So, I would say stop number one is our state education departments and looking at policy. I would say the second place that we really need to look at is higher education. Higher education is where we go for preparing our next generation of teachers, and they really need to be thinking about what are the skills that students need to be successful post-high school, post-college? And how do we prepare our teachers to create those opportunities for students. In Baldwin, for example, we hire new teachers every year, and they participate in a four-year cohort program, where we basically retrain them from the beginning. And when I say retrain, I mean everything from mindset to practice.
Kevin: How do they respond to this new training once they get beyond sort of this shock of, "Wait a minute, I thought I was ready."
Dr. Camhi: So, I am not sure that any teacher who comes out is ready. It is scary to be a teacher for the first time. I would say a couple things. Number one, because they are in a cohort, I think they feel very supported. They have each other as well as us. So, that definitely works. But I also think that they recognize the success they have with the tools they're learning. I can tell you that after every session, the teachers, especially in the beginning, right? First-year, they start out, they are like deer in headlights, they're frightened. And by the end of the first week, they are best friends, they're going out to lunch with each other, they're laughing, they're smiling, they feel more comfortable immediately. But they learn these methodologies, they see success with the methodologies. And that develops confidence. And so that is exactly what we need them to do. More than anything, they have fun. And when you have fun, you create an emotional environment that allows the learning to happen.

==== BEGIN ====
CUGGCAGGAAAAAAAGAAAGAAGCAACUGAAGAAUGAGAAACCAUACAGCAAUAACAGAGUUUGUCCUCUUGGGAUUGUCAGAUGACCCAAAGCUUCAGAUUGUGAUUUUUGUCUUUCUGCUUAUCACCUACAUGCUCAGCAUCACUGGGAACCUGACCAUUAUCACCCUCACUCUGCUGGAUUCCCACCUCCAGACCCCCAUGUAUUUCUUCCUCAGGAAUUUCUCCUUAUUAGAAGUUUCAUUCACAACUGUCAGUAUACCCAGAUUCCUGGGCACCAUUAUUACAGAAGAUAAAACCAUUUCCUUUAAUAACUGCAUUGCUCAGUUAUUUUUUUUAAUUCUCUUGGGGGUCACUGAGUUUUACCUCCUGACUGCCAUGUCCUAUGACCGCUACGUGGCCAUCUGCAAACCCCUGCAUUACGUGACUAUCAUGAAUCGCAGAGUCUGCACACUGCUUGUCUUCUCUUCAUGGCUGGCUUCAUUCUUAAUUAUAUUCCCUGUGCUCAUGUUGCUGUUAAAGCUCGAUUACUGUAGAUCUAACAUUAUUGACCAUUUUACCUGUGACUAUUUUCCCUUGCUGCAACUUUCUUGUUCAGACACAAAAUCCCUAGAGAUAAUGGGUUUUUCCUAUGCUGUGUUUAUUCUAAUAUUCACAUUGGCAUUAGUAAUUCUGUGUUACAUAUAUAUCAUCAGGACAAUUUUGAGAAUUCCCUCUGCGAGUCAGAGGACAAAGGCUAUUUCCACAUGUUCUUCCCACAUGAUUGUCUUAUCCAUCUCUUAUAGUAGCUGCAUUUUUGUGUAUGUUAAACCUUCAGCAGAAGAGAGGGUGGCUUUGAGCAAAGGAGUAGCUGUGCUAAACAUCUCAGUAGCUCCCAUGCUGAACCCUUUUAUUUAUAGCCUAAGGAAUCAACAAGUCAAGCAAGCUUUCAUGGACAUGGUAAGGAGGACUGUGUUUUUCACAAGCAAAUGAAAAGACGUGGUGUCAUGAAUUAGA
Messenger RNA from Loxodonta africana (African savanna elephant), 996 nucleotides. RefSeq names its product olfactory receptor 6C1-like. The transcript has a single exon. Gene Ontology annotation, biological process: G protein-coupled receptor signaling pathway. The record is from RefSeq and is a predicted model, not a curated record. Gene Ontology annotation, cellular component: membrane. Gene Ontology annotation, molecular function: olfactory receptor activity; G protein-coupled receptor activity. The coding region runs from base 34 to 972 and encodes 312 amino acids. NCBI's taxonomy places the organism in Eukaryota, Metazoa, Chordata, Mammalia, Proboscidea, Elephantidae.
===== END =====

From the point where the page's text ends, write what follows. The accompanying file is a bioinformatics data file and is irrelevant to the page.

Kevin: Like you, I believe that the last year and a half has been a reset, in many ways for the world, and for individuals in the world. How's this reset going to impact education?
Dr. Camhi: I hope that there are several areas that have become common practice. So, the first is the way we use technology. For many years, we figured out how to fit technology in the way we taught. And I will tell you that does not work. Instead, what we really needed to do, and I think we have finally, not only figured it out but I think we've put it in practice is technology offers to us a different way of doing things. Technology is a great platform for collaborating. Technology is a great platform for creative thinking and for conjecturing. And so I think, and I actually do believe that the way we use technology will stick. So, that's a good thing.